The Soil Association is calling for the end of routine antibiotic use in dairy farming following publication today (June 3) of a study on the discovery of MRSA in British milk.
A new type of MRSA bacteria was discovered by scientists from Cambridge University in samples of milk taken from cows with mastitis. It is the first time that MRSA has been found in farm animals in the UK.
Collaborating scientists from the Health Protection Agency and the Scottish MRSA Reference Laboratory, who have published their findings in the same paper, subsequently found that the same type of MRSA had already been the source of infection in a number of people in England and Scotland. There is evidence that the new MRSA is being transmitted from cattle to people and the scientists involved have called their discovery ‘potentially of public health importance’.
The Soil Association says that MRSA has emerged on dairy farms because of the routine use of antibiotics to deal with the health problems associated with the extremely high levels of milk being produced per cow.
The organic charity says there are particular concerns around the use of antibiotics known as modern cephalosporins — drugs that are widely used on farms and strongly suspected of promoting MRSA in both humans and farm animals. Scientists from Liverpool University have called for a ban on their use in dairy farming, saying there is “no welfare case” for their use since they simply act as a “prop for sub-optimal management and welfare”.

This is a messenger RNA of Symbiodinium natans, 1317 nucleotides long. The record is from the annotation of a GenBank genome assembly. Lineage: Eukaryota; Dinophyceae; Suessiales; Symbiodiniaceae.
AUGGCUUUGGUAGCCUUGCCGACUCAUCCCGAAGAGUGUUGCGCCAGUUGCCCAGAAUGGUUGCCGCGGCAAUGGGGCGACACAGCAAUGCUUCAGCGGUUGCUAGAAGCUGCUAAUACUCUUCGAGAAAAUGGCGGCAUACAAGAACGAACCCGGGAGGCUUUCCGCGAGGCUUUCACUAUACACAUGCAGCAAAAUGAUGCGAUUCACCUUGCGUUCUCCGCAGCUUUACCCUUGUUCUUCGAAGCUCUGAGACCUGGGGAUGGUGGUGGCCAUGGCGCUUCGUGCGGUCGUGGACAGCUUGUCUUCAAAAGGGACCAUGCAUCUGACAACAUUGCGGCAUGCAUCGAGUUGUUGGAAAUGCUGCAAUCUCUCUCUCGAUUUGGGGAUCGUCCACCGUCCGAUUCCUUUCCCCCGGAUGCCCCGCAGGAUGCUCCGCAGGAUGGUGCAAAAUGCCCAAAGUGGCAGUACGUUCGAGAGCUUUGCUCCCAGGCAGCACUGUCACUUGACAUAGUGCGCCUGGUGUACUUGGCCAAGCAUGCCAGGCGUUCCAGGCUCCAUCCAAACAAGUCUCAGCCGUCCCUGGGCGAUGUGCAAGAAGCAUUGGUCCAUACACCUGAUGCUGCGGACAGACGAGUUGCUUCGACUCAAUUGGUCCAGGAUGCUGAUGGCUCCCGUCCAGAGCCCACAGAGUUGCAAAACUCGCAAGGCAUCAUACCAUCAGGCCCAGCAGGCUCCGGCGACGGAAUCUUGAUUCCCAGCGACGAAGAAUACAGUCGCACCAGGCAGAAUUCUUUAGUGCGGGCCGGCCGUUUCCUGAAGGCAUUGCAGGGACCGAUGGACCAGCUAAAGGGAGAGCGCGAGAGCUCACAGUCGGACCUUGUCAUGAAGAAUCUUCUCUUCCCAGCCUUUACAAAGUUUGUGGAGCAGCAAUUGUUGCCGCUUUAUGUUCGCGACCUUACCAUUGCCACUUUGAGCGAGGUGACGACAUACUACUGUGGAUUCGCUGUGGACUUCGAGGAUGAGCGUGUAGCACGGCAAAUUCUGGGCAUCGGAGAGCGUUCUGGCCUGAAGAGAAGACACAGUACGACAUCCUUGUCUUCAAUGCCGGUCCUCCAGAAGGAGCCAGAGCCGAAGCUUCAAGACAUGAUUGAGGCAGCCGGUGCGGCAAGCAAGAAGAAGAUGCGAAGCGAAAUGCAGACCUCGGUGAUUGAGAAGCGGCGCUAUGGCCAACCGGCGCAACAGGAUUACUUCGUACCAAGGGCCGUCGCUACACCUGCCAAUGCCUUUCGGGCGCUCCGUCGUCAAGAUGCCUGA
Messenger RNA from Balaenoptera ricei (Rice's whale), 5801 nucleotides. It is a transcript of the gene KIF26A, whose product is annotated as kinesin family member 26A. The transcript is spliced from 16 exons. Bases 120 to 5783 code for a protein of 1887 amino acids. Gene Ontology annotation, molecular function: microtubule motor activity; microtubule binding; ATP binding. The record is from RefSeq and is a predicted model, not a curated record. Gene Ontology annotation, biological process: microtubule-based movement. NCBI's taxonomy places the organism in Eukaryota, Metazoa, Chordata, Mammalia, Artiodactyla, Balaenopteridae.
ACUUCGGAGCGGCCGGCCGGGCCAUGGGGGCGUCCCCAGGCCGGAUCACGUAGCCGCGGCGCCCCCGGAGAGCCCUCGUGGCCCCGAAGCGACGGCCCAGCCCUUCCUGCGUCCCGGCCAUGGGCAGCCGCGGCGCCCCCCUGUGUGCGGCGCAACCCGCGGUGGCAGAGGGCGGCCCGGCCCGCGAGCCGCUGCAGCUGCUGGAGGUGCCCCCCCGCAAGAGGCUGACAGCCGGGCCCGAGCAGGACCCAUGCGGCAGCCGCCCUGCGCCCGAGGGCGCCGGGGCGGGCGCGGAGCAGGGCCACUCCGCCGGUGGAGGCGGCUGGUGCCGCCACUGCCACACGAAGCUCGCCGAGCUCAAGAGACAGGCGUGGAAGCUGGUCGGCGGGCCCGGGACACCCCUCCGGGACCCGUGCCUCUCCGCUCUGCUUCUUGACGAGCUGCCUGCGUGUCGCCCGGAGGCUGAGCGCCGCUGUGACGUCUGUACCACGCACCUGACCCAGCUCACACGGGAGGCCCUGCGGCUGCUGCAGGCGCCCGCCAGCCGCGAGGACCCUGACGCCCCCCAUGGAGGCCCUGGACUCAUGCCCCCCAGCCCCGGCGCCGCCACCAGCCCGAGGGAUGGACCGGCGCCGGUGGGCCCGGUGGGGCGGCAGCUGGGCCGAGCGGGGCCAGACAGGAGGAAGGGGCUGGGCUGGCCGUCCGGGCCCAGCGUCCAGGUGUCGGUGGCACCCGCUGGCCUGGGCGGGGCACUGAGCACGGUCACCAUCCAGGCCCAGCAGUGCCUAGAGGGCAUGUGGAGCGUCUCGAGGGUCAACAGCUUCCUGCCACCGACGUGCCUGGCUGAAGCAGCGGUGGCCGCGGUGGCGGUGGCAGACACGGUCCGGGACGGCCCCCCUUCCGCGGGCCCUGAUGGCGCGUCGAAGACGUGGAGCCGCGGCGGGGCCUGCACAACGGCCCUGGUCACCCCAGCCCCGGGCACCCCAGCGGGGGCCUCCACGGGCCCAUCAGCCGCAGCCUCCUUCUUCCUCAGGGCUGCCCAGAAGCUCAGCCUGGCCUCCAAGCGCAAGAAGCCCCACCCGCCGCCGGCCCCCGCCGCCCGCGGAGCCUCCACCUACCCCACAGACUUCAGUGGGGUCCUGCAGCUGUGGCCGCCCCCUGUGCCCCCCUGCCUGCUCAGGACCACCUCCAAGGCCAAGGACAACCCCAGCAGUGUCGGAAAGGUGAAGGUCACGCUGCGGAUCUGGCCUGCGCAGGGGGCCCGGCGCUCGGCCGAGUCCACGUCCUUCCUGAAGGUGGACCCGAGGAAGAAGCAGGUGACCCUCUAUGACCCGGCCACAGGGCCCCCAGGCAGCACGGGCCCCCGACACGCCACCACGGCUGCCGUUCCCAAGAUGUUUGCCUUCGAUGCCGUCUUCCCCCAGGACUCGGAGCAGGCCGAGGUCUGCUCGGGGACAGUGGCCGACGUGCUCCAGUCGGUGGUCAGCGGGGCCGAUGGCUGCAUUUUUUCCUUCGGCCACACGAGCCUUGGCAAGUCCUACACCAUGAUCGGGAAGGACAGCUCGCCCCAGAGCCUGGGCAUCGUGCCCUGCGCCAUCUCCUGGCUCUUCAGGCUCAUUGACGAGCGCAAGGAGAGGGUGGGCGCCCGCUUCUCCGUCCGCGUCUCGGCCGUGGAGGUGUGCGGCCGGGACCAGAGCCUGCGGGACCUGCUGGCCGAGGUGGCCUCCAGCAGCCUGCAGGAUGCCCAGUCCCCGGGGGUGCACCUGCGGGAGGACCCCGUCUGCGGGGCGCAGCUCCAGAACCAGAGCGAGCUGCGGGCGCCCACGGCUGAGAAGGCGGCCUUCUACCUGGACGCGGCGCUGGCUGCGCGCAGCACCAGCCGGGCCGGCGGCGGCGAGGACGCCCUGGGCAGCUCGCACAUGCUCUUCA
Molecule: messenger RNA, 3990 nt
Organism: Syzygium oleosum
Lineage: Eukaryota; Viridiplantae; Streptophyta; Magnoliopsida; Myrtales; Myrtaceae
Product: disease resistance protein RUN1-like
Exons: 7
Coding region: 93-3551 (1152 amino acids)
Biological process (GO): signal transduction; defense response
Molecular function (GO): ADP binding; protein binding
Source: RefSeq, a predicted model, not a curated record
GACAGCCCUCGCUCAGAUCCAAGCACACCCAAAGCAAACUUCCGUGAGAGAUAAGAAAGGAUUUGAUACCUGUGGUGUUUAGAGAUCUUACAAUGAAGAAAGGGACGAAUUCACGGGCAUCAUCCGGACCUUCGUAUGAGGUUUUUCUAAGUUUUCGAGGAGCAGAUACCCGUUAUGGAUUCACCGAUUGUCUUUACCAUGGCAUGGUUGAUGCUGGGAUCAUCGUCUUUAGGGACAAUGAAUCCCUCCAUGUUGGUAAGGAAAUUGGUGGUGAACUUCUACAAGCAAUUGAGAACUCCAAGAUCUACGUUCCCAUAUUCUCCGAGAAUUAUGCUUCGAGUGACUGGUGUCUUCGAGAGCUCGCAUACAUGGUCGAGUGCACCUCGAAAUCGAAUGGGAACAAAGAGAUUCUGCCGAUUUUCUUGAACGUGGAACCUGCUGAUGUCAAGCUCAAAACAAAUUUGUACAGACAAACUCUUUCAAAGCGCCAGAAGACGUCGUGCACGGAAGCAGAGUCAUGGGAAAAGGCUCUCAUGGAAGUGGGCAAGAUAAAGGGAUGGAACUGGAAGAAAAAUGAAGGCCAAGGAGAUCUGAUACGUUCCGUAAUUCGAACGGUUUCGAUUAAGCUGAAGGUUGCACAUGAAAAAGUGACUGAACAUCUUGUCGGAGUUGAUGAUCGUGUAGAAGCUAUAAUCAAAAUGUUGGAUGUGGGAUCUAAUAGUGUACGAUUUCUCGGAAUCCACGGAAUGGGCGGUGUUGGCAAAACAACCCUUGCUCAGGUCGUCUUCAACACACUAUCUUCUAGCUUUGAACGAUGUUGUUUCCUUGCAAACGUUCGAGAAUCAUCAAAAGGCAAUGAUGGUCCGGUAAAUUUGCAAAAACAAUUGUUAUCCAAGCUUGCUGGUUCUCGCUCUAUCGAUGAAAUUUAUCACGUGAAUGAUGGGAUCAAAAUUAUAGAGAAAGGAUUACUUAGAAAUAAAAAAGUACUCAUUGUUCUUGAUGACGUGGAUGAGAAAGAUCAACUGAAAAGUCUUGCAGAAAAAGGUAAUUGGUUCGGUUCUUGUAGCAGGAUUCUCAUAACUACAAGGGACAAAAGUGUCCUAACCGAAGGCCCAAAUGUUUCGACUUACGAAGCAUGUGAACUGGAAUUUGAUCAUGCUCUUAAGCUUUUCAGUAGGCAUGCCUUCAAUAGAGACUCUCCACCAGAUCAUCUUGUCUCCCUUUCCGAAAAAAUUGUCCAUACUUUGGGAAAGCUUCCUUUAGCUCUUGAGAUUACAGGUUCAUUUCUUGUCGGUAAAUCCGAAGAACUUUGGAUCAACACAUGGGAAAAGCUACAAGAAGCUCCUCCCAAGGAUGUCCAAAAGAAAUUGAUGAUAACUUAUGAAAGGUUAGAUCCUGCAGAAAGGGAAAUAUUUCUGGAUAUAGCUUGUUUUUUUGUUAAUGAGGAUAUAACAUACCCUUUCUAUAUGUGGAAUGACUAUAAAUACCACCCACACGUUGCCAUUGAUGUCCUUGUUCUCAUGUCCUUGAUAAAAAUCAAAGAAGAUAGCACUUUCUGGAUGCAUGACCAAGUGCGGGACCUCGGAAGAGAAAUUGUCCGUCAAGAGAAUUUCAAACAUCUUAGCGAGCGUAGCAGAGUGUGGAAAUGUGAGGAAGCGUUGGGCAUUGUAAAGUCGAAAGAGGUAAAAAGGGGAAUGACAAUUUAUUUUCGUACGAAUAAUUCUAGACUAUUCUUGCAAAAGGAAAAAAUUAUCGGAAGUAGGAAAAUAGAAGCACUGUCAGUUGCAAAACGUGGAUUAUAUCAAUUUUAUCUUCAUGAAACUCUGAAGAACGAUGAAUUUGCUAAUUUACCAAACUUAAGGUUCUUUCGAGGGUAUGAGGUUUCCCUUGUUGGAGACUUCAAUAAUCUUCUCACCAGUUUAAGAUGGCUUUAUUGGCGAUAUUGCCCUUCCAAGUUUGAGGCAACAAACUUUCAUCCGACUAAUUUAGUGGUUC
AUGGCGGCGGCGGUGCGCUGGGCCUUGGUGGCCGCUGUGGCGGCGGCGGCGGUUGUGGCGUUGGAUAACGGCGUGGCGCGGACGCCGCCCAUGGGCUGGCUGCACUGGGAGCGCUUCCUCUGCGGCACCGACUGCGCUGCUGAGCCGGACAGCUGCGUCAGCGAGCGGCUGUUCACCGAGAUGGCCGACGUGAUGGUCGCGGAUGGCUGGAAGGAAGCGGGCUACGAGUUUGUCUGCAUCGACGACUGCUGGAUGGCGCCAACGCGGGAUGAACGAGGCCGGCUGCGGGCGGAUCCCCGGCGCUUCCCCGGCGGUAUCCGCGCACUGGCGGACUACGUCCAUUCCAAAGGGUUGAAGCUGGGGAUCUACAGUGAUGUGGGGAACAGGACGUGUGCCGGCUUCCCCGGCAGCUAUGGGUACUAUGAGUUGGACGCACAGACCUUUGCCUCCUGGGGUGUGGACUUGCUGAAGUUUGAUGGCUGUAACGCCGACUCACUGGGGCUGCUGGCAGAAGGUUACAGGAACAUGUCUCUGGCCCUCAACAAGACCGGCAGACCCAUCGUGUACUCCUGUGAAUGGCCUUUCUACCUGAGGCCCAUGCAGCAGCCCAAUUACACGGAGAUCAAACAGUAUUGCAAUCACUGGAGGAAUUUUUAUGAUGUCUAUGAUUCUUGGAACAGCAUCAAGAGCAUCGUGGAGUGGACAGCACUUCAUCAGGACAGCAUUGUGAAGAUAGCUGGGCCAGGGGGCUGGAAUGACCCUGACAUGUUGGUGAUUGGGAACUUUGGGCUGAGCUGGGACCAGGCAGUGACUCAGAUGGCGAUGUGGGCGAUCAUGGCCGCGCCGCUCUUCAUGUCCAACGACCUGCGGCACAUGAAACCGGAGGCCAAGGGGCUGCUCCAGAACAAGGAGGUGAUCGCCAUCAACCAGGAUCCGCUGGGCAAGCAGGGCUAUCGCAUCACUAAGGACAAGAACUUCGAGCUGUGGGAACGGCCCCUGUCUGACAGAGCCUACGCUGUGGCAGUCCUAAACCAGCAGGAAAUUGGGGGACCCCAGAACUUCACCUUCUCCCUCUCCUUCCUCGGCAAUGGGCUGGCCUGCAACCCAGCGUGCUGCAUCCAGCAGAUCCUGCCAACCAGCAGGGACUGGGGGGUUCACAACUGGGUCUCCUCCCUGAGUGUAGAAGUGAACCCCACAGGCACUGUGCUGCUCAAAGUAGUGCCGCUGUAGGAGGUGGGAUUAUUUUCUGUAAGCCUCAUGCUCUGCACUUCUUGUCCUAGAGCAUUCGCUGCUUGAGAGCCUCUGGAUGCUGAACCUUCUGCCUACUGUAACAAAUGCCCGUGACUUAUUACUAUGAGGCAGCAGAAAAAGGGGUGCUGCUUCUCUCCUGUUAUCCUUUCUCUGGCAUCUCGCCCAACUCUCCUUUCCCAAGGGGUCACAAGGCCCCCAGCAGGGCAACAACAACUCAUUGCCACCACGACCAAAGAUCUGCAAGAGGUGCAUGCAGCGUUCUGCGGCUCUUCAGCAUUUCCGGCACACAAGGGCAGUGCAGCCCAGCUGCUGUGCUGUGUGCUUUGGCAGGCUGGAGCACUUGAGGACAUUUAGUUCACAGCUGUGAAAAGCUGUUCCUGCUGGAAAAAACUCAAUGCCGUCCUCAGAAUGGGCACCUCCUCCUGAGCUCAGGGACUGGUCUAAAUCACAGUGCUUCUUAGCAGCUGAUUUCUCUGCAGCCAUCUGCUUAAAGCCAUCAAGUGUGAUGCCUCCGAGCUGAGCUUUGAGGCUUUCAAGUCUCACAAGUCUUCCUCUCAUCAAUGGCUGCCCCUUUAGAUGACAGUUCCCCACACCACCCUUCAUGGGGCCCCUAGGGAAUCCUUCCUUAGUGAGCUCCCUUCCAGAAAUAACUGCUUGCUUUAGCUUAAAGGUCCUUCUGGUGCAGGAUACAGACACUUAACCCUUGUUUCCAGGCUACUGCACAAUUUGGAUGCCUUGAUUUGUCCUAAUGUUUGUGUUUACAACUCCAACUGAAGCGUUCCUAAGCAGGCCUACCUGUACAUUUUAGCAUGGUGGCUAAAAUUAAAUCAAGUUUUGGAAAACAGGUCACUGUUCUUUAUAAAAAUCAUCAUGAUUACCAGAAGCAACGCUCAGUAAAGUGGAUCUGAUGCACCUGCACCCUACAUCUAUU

A Freedom of Information request submitted by the Soil Association to the Veterinary Medicines Directorate has revealed that the veterinary use of modern cephalosporins has more than quadrupled over the past decade, despite calls from the World Health Organisation, the European Medicines Agency and the former Chief Medical Officer, Sir Liam Donaldson, to restrict, or even ban their use on farms.
Commenting on the new research, Helen Browning OBE, director of the Soil Association said:“This new evidence confirms our long-held view of the importance of absolutely minimising the use of antibiotics especially those closely related to antibiotics used by people. This requires excellent husbandry, and much reduced stress on our animals.
The Health Protection Agency has told the BBC that the the risk of becoming infected with the new MRSA strain is “very low”. A Department of Health spokesman added: “From the available evidence, we understand this new form of MRSA is rare in the UK and is not causing infections in humans.